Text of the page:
“Teens tend to enjoy the writing they do for personal reasons more than the writing they do for school. Half (49%) of teens enjoy the writing they do for themselves ‘a great deal,’ compared with just 17% who enjoy the writing they do for school with a similar intensity. In total, nearly one third of teens say they enjoy their school writing ‘not much’ (22%) or ‘not at all’ (10%).”
So, how can you make kids’ “academic” writing as engaging as the writing they do on their own? You start with the formats kids are already using.
I’ve been reading The Digital Writing Workshop by Troy Hicks. In this book, Hicks offers chapter after chapter of possibilities for using digital media with kids’ writing. He shows how to set kids up with RSS feeds to follow topics of personal interest, how to help them use social bookmarking to keep track of information they want to remember, how to start them writing blogs, wikis and cooperatively-written texts. It’s a book written for classroom teachers, but I imagine it could be useful as well to a homeschooling parent, or a parent who wants to help a child find more writing options than he or she is being offered in school.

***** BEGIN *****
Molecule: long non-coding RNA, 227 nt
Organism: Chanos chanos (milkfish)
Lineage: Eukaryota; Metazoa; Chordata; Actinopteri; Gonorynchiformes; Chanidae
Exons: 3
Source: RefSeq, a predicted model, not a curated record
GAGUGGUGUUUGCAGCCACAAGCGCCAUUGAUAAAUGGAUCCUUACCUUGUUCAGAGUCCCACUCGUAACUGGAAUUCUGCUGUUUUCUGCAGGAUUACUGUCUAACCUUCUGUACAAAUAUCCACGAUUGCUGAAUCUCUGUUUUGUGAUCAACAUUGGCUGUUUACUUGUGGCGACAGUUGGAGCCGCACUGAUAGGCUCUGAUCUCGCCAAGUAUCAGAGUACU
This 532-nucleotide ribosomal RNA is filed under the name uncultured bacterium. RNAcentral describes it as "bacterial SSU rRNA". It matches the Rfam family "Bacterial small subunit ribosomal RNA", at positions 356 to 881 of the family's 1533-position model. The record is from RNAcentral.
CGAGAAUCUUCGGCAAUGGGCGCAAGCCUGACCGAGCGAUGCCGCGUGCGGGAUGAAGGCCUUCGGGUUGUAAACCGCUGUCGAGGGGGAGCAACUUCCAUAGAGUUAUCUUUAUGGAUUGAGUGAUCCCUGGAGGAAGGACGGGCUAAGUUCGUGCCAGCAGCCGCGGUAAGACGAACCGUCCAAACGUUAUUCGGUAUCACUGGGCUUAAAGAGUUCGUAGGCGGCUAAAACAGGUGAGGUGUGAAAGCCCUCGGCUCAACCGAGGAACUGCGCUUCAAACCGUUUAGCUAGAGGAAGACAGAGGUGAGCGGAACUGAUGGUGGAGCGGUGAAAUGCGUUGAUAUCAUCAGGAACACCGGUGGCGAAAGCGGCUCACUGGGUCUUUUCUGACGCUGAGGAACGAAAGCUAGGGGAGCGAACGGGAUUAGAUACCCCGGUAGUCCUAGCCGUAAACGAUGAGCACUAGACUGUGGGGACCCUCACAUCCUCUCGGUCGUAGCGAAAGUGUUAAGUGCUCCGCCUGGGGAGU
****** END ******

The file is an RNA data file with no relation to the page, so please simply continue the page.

Need a more concrete example? Here’s a wiki written by Hicks, intended to be used by groups of kids when exploring a new nonfiction topic. As you can see, kids are linked to tools to help them create websites, infographics, instructional videos, timelines, maps and a bibliography using social bookmarking services.